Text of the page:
Each Friday we travel back in time, one year at a time, for a look at some of the cultural goodies that may appear closer than they really are in The Rear-View Mirror. Join us on our weekly journey into the past!
So you’ve got zombie fatigue, too? I don’t blame you. Even my teenage daughter has given up quite a while ago on Rick Grimes and his merry gang (and resorted to vampires, but that’s a story for another night). Even the most ardent zombie fan has to admit that the survivors of a zombie apocalypse are much more dangerous than those slouching, moaning, shuffling undead. In a way, George A. Romero had it easy: when he made his Night of the Living Dead in 1968, zombies were not yet a (excuse the pun) recurring staple of horror movies. And indeed, Romero’s debut doesn’t even use the term.
So his zombies were sort of new and still very scary because nobody knew what they were or what they were capable of. Their mere existence was shocking, frightening. The first zombie we see, ambling through the abandoned graveyard towards an unsuspecting couple, based his stiff gait on Boris Karloff, and it’s highly likely that the original audience would have picked up on that. So the audience knows that that undead guy spells trouble, but Johnny and Barbra do not. In fact, no-one in the movie knows just what to do, faced with those, erm, creeps, and so the horror unfolds: while the undead gnaw on the living and recently deceased (or the odd bug), the people trapped in the house try shooting, stabbing, burning them, not always successfully so. Oh well, whatever works.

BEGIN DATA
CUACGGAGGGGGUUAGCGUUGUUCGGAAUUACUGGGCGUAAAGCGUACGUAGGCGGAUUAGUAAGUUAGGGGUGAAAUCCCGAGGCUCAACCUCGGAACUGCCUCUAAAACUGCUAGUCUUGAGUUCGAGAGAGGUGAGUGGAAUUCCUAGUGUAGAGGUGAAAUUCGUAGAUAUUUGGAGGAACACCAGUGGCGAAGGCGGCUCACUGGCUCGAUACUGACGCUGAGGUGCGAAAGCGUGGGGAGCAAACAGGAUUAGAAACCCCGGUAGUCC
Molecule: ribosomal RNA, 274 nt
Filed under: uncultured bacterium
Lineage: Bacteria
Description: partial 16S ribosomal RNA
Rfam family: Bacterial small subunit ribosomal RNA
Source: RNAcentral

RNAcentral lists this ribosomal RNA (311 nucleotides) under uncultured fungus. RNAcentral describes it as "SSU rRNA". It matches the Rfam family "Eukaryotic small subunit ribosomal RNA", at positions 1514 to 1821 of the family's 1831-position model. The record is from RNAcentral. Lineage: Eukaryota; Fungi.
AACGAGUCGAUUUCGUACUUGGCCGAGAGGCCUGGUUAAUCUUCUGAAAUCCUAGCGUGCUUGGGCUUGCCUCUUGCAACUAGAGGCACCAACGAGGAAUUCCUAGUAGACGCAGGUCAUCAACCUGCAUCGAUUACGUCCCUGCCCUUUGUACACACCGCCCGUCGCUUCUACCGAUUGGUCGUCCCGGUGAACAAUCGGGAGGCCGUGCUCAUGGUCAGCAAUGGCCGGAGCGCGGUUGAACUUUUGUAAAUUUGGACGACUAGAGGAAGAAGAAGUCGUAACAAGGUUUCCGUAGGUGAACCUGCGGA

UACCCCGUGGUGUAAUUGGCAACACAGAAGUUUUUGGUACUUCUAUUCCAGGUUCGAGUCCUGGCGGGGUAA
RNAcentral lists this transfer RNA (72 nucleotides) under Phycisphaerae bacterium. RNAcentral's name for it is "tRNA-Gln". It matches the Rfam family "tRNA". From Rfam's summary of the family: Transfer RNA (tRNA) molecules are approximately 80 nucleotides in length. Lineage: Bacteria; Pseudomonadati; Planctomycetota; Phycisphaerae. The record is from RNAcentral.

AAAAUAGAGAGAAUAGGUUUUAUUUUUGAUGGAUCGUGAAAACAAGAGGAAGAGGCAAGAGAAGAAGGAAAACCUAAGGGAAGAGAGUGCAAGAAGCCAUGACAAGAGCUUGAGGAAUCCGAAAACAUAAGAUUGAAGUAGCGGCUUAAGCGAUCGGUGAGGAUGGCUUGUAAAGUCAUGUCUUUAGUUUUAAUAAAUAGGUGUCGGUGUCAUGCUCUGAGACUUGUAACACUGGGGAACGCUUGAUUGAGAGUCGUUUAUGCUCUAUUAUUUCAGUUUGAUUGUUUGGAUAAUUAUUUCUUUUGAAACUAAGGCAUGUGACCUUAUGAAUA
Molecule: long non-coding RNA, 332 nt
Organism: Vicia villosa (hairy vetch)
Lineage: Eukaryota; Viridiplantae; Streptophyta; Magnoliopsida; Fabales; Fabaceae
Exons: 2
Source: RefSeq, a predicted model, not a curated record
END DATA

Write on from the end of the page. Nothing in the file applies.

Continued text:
But if you look beyond the movie’s horror aspects, other things emerge. Duane Jones, a former theater actor and later professor of literature, got to be the lead. At a time when racial tensions were far from over, it was rare, if not unheard of, to give an African-American actor the main role. And his Ben is the smartest and most resourceful character in the film. There is also a moment when he slaps Barbra, something that Romero found risky, but left in the movie anyway. Sometimes, such things are lost on a modern audience.
Romero forgot to insert the copyright logo into the finished print, which means that, since its release, Night of the Living Dead is in the public domain. I had the good fortune to catch the movie at my favorite movie theatre, but if you can’t wait for it to come to the big screen again, you will easily find it on the net in surprisingly good quality. Have fun, and stay away from that grey-faced, smelly man over there by the tombstones.
The Rear-View Mirror will return every Friday, looking further and further into the past. Fasten your seatbelts: it may just be a bumpy ride.